In Pamplona, we had a plan.
Well, not so much a “plan,” really. More like, a “vague, sort-of idea on some things that might be interesting to see and do.”
Unlike Bilboa and San Sebastian, where we’d actually been before and where I had made long lists of pinxto places we absolutely had to go to, we did not research Pamplona and it’s bar scene before we arrived. We didn’t even have a map.
But we did make up for that oversight, and in a big way.
Pamplona, like apparently all Basque towns, is a charming little city steeped in history. Honestly, you can stop in any town in Northern Spain and, after a few hours basking in their friendly glow and excellent wine, decide definitively that THIS is the place where you will someday retire and live out your days as mysterious and glamorous expats.
We didn’t even book a room until the night before we arrived. We were very lucky in that respect, getting a fairly comfortable room inside the city’s medieval walls at the Pamplona Catedral Hotel. After parking our rental car (a big selling point for the hotel), we got a map from the front desk and began exploring.
We had chosen to visit Pamplona for the same reason that I’m sure most Americans stop in: The Running of the Bulls.
I’ve been to a bullfight, but I wouldn’t say I’m a fan. I consider myself a pretty big animal lover, and I have a hard time even watching animals fight each other on National Geographic documentaries without squealing and covering my eyes when the kill comes.
On the other hand, I am from Texas, so I’ve seen plenty of animals being killed. And, when it comes to most indigenous cultural activities, even those I don’t necessarily embrace wholeheartedly, I tend to err on the side of, “Whelp, to each his own, I reckon.”
But, after watching the Esquire Network’s Running of the Bulls live coverage featuring the Men in Blazers the last couple of years, I came to a couple of realizations:
1) There are a bunch of lunatics in this world;
2) Lunatics tend to drink (for courage beforehand, and to celebrate cheating death after);
3) Ergo, Pamplona must be a pretty dang good place to get a drink.
So, on a cold evening in December, we bundled up and embarked on our own Running of the Bars, pledging to stop at every bar and pinxto place along Mercaderes and Calle Estafeta, part of the slippery 0.5 mile route that the bulls and their would-be victims barrel down on their way to the bullring. The rules were simple: we’d have one drink and share a pinxto before moving on to the next place.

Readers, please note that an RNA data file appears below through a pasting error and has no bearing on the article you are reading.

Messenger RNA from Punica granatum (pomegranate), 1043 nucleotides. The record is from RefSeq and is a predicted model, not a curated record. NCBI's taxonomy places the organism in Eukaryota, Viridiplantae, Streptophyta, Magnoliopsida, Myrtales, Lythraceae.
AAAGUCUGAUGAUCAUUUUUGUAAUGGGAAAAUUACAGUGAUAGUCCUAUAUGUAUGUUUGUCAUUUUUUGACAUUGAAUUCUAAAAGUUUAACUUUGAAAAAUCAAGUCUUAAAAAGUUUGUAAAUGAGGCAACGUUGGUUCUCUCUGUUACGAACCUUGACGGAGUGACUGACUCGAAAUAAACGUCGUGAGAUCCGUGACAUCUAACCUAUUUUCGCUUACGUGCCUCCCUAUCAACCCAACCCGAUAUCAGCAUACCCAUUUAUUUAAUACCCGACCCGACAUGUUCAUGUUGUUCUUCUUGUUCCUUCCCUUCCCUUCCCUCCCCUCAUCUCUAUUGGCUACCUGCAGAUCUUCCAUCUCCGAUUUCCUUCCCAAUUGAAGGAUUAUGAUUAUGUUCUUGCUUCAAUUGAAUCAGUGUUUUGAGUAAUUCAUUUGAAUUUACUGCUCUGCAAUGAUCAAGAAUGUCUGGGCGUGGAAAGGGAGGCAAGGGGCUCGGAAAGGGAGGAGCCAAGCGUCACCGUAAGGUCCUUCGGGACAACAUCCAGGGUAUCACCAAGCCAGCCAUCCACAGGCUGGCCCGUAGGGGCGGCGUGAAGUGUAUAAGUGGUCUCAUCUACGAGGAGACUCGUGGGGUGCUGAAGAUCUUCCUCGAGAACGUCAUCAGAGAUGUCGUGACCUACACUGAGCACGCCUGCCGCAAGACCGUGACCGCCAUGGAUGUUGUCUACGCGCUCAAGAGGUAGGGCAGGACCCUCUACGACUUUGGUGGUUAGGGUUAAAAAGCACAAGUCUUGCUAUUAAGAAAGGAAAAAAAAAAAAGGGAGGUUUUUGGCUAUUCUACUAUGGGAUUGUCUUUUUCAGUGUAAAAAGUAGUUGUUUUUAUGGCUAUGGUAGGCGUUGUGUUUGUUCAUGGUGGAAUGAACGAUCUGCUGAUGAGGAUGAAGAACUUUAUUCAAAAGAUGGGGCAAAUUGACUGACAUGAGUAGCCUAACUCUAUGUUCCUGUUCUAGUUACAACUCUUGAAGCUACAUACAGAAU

It was a long, long night, with many, many stops. We even skipped a few places (especially towards the end), but according to my fairly consistent photographic evidence, we stopped in at around 12 or so bars. Who knew that such a small stretch of road could have so many bars??
Here is a list of a few of our favorites, and believe me: if they were stellar enough to stand out in our memories after that long blur of a night, they were really, really good.
Cafeteria El Mentidero
Calle Mercaderes, 13
This place was our jam. Our regular stopping spot, for coffee and a snack in the morning, for a late pinxto lunch and, of course, on our Running of the Bars. We had some decent bocadillow and papas bravas there, but my favorite pinxto was a piece of bread topped with chopped ham topped with grilled goat cheese and drizzled with a balsamic reduction. It was sweet and salty and savory and very, very good. One of my favorites on the whole trip, for sure. This place was badly lit and not exactly modern, but totally reliable and always open when we walked past it.
Calle Mercaderes, 15
Right next door to our Cafeteria was this place: the exact opposite, design wise. A very inviting exterior gives way to a narrow space with huge copper barrels suspended over the main bar area and a long standing bar against the opposite wall. It’s also a restaurant and does a good job of separating the two areas. We had a pinxto with a sliver of jamon Serrano and some fried eggplant on a slice of bread. It was good, not particularly earth shattering.
Travesía de Espoz y Mina
What I remember most about this place was the cool and modern décor (stainless steel bar) and the beautiful black and white tiles on the walls. The pinxtos were ok—I think we had a couple of fried things (including rabas. I definitely remember rabas) and a couple of fishy things on bread (probably bacalao). I know I’m being really informative here. They’re known for their txalupa, a piece of bread with a marinated sardine skewed to it and some sort of reduction on top, probably balsamic vinegar or something. It was a finalist in Navarre’s Pinxto Week 2012, a region-wide competition for the best pinxtos.
Calle de la Estafeta, 50
This place was primarily memorable for all the salted cured hams hanging over the bar. So, try the ham. The overall vibe was very warm and cozy with a wooden interior, a roomy bar and plenty of stools or standing space and tables and benches for those who wanted to linger or eat something more substantial, like, a whole ham, I suppose.
Calle de la Estafeta, 81
I’m not 100% sure this is the place where we had the most amazing pinxto in Pamplona. But when I go to the website, I see that they specialize in servings plated in Le Creuset mini cocotte, and well, that makes sense to me. This was one of our final stops of the night and by far, the best pinxto of the evening – a risotto with foie gras, mushrooms and a side of parmesan. I wanted to lick that mini cocotte after we scarfed it down.
A few other places we visited: